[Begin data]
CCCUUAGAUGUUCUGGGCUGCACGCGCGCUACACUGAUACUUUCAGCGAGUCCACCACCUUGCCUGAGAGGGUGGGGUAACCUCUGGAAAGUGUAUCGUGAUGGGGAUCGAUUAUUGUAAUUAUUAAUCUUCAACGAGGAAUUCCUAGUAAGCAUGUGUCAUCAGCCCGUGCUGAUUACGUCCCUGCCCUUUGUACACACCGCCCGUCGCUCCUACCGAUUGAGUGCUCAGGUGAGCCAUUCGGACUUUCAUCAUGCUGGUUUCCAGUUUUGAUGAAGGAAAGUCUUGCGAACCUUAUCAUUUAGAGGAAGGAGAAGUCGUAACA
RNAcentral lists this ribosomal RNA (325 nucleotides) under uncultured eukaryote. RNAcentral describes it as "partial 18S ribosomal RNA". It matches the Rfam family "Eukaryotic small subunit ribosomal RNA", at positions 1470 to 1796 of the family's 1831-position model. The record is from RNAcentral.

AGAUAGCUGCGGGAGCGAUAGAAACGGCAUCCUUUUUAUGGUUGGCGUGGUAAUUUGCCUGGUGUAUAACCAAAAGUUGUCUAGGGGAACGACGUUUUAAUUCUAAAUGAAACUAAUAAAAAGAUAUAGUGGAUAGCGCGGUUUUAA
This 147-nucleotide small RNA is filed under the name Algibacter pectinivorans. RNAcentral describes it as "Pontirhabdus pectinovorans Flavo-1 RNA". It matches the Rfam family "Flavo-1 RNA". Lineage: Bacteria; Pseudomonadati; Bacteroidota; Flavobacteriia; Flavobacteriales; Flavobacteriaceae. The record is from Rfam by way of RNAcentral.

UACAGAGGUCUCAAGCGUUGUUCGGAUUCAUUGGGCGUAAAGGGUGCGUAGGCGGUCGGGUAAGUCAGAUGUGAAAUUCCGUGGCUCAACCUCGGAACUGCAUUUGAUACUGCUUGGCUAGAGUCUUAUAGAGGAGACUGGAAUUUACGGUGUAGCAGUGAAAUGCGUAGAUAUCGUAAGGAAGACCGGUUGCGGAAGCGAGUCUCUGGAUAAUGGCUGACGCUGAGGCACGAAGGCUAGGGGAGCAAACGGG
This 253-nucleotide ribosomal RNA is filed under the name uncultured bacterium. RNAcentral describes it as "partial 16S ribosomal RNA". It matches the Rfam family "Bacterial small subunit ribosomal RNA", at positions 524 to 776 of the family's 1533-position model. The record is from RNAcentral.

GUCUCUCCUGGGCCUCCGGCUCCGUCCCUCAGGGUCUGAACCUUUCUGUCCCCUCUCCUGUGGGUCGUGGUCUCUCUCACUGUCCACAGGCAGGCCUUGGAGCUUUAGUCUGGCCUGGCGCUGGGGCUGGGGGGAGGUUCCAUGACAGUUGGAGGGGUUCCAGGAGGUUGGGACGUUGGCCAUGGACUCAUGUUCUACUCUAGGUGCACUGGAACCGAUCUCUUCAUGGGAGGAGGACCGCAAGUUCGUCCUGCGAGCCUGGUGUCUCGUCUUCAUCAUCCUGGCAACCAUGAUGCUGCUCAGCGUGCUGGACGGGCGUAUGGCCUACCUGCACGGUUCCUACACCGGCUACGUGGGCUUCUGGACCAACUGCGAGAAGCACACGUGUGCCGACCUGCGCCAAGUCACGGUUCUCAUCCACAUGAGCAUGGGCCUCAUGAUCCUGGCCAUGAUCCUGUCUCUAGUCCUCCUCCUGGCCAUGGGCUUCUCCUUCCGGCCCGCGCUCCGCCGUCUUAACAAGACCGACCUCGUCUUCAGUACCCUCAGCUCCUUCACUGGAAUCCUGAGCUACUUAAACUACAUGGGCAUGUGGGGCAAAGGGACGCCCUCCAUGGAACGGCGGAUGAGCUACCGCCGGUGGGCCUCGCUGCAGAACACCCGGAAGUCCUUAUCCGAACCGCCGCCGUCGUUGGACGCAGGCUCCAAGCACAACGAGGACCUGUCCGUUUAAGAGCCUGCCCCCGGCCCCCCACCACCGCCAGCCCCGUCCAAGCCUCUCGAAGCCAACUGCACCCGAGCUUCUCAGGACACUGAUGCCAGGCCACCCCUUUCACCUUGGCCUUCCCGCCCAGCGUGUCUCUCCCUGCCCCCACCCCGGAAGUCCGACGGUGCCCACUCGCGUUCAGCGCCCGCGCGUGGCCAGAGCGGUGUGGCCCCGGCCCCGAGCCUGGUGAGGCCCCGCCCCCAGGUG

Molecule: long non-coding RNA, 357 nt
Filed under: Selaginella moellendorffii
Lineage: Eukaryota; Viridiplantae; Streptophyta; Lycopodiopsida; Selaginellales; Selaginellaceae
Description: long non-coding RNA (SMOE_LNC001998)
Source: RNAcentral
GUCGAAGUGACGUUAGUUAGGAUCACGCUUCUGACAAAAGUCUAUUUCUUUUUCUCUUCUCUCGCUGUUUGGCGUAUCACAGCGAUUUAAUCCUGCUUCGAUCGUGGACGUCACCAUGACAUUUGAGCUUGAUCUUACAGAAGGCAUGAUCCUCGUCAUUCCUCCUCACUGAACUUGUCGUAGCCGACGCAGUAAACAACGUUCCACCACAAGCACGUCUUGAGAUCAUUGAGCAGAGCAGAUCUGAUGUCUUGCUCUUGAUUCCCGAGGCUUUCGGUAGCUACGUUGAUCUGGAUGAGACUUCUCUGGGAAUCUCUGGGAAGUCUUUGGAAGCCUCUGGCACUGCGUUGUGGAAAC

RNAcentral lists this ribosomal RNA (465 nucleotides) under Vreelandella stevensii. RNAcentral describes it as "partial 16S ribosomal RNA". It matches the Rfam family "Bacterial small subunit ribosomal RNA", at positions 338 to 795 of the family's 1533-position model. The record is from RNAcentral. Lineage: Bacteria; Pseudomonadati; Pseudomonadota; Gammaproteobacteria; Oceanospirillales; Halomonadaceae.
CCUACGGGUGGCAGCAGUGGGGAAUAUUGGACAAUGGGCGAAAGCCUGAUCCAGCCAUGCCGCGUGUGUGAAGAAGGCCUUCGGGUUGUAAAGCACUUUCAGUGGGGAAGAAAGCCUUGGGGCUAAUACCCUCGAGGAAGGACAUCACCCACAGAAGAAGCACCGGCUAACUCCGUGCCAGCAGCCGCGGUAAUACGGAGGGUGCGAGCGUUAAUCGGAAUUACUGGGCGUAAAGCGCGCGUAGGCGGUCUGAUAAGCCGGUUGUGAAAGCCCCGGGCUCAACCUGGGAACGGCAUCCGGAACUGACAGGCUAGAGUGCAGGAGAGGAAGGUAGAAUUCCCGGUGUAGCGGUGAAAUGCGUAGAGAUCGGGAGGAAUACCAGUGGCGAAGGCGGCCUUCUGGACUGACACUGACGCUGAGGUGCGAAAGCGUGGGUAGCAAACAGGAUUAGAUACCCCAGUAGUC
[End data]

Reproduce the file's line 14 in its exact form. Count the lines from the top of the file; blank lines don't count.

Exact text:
RNAcentral lists this ribosomal RNA (465 nucleotides) under Vreelandella stevensii. RNAcentral describes it as "partial 16S ribosomal RNA". It matches the Rfam family "Bacterial small subunit ribosomal RNA", at positions 338 to 795 of the family's 1533-position model. The record is from RNAcentral. Lineage: Bacteria; Pseudomonadati; Pseudomonadota; Gammaproteobacteria; Oceanospirillales; Halomonadaceae.